The Citizens’ Advisory Committee compiled the list of projects to address rapid enrollment growth in the district, which has added more than 1,000 students each of the last three years, according to officials.
“The fact is that our growth is on such a large scale that finding places for children to be seated during instruction time is really our focus,” AISD Superintendent Buck Gilcrease said. “We grew [by] about 1,400 kids between the last day of school in June and the first day of school in August. To put that in perspective, we grew [by] a 3A school district over the summer.”
The influx of students into AISD is expected to continue for decades, according to district officials. Demographic studies show the district could continue to add about 1,000 students per year through 2025.
Housing developments along the Hwy. 288 corridor are helping to drive the increase in students, AISD director of communications Daniel Combs said.
“[Demographers] project that our district has a maximum build-out between 50,000 [to] 55,000 students,” he said. “At this point we’re at about 21,000 [students], so we’re not even to the halfway point as a district.”
In fall 2014, the AISD board of trustees voted to have the CAC—a volunteer group of local community members, business owners, elected officials and parents—develop a five-year facility plan, Board President Cheryl Harris said. [polldaddy poll="9126969"]
The CAC began working on the plan in February and presented its proposed bond package to the board Aug. 11. The group studied district enrollment numbers, boundary maps and demographic projections to form its recommendation, CAC member David Becker said.
The package includes construction of a new junior high and four elementary schools, where the biggest strain on AISD’s campuses exists, according to officials. Gilcrease said about two-thirds of elementary schools in the district are approaching or exceeding capacity.
While AISD aims to have 800 students per elementary campus, Dr. Red Duke Elementary School—which opened in fall 2014—topped 1,000 students this school year. Like other campuses, Duke’s capacity issues have caused the district to invest in repurposing noninstructional school areas and installing portable classroom buildings, Combs said.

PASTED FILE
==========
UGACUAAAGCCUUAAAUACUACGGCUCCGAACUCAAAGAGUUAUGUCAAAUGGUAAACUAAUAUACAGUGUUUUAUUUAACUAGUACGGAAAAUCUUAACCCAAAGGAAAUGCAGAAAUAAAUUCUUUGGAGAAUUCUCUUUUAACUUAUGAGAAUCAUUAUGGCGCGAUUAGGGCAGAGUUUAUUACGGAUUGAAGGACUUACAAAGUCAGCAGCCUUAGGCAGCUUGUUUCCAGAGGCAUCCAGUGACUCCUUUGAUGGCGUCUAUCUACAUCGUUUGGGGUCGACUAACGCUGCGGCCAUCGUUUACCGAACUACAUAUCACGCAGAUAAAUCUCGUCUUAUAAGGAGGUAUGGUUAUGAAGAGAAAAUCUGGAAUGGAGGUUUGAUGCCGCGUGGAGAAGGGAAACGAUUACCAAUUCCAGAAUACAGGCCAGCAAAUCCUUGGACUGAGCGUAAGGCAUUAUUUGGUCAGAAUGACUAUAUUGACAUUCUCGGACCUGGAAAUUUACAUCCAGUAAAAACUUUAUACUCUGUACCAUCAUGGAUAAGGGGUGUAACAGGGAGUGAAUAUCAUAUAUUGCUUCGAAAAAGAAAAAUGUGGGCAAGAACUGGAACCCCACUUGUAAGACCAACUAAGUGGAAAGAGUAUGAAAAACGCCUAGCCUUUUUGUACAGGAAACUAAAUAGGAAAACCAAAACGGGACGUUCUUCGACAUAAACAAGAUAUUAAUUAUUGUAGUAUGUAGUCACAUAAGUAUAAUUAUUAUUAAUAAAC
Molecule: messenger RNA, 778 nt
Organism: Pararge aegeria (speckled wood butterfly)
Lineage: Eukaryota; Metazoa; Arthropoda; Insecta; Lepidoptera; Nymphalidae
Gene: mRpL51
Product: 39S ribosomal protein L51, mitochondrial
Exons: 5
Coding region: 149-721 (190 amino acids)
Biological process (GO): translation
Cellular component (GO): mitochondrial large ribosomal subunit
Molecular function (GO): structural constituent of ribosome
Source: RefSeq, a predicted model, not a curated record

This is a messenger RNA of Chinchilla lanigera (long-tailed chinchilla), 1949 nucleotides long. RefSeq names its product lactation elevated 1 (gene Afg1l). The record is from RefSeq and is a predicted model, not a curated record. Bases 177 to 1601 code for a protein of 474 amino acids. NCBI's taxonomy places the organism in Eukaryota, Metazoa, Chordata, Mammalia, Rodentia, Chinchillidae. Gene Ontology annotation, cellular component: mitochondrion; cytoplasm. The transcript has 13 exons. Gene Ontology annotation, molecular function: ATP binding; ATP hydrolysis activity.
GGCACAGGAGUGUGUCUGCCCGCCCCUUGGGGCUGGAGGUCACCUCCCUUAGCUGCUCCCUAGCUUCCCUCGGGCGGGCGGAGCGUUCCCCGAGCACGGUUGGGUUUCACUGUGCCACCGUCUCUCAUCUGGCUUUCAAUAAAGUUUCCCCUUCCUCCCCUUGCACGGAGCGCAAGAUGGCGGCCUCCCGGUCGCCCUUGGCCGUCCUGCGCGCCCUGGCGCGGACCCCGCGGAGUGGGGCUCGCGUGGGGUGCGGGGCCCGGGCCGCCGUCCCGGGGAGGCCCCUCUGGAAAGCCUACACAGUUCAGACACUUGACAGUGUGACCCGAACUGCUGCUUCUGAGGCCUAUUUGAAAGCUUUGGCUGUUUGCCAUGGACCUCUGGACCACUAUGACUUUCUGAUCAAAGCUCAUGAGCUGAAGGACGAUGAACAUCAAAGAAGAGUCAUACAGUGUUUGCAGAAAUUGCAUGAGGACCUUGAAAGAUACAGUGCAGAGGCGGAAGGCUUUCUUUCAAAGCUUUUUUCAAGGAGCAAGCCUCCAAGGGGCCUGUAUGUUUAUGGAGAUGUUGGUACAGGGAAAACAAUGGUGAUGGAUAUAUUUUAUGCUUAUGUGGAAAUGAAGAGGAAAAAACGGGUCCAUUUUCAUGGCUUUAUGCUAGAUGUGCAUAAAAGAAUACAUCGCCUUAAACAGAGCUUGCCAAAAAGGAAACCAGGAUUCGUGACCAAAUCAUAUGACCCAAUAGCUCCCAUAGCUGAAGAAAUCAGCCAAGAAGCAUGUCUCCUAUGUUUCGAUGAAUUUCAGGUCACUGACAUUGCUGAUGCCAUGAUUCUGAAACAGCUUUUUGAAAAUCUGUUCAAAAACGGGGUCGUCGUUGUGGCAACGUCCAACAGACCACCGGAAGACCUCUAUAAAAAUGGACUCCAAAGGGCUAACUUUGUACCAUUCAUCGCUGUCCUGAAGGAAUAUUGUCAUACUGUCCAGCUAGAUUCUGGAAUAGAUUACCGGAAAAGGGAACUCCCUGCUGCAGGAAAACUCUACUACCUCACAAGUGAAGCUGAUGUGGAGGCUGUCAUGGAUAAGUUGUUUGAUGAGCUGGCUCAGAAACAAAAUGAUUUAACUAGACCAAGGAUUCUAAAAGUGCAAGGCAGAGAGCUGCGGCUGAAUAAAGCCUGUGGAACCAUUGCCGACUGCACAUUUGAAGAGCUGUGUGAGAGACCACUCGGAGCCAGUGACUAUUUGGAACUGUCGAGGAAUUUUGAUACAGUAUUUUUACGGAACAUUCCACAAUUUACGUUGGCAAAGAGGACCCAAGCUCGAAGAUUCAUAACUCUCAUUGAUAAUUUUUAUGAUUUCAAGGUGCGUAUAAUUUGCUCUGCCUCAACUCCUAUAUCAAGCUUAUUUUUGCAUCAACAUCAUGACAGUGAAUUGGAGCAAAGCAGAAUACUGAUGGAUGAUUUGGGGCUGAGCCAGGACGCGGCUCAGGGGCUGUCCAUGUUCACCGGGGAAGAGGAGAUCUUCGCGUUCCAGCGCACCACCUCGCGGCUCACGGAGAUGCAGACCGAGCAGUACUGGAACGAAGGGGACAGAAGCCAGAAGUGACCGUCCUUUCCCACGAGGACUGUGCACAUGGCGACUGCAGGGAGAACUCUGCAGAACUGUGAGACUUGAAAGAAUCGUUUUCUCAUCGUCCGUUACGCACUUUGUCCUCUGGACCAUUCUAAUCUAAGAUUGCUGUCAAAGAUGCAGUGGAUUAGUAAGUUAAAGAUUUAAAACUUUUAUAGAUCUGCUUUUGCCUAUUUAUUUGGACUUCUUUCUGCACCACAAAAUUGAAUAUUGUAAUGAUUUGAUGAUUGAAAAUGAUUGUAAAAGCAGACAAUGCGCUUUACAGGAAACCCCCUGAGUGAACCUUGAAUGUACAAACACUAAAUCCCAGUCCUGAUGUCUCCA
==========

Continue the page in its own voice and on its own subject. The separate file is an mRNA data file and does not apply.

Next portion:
AISD has 48 portable buildings throughout the district, which are able to accommodate 96 classrooms. With each building costing about $100,000 to construct, Combs said the portables are not a cost-efficient solution long term.
“When you’re in that [situation with portable buildings], the district, and ultimately the taxpayers, pay for the same instructional space twice,” he said. “At some point there will be a permanent school structure, but they’ve had to make the investment on the front end to pay for the portable classroom now.”
Additionally, money to acquire land for another high school and elementary school as well as the design of AISD’s eighth junior high school is included as part of the bond. The package also includes Phase 2 of the Career and Technical Education Center, a satellite transportation facility and renovations to the Alvin High School auditorium.
More than $9 million in upgrades to Alvin Memorial Stadium is included as well. In addition, a $41 million, 10,000-seat central district stadium is in the package. The new stadium would help accommodate Shadow Creek High School—which opens in fall 2016—and other future high schools.
Through a fiscally conservative approach over the years, AISD was able to lessen the amount of the bond, officials said. About $40 million—$28 million from the maintenance and operations fund and $12.6 million from previously authorized bonds—will be contributed toward the projects, Harris said.
“[AISD financial staff] delivers a great product for our school district [while] trying to save money every step of the way, which allows us to have some leftover money at the end that’s unexpended,” Gilcrease said.
The district projects the overall tax rate increase at the end of the 2015 bond cycle to be 8.3 cents per $100 valuation. While the actual tax increase is to be determined, the tax hike for the previous two bonds came in below the projected amounts, Combs said.
“We always make worst-case scenario projections,” he said. “We never want to be in a dynamic where we tell our taxpayers it might impact them X dollars and it ultimately ends up costing more.”
November will mark the AISD’s sixth bond election since 2000. The longest span between referendums was between 2009 and 2013, which put the district behind the rate of growth, Combs said.
“We went a four-year span where the growth kept happening,” he said. “We didn’t have an election [in 2011], so our 2013 bond package in many ways retroactively took care of that growth. Now we’re at a point where we’re looking forward for that continued growth.”
With master-planned communities developing in the district, the number of students is projected to increase until 2045, according to officials. Gilcrease said he expects a similar trend of bond proposals as long as rapid student enrollment continues. However, he said AISD will update its plans according to actual growth as opposed to projections.
If the bond measure fails, Combs said the district would continue to seek alternate solutions to overcrowding, such as more portable classrooms.
“The need for facility space is here right now. It’s a present need,” Gilcrease said. “With the amount of growth that we’re experiencing, it’s not going to go away.”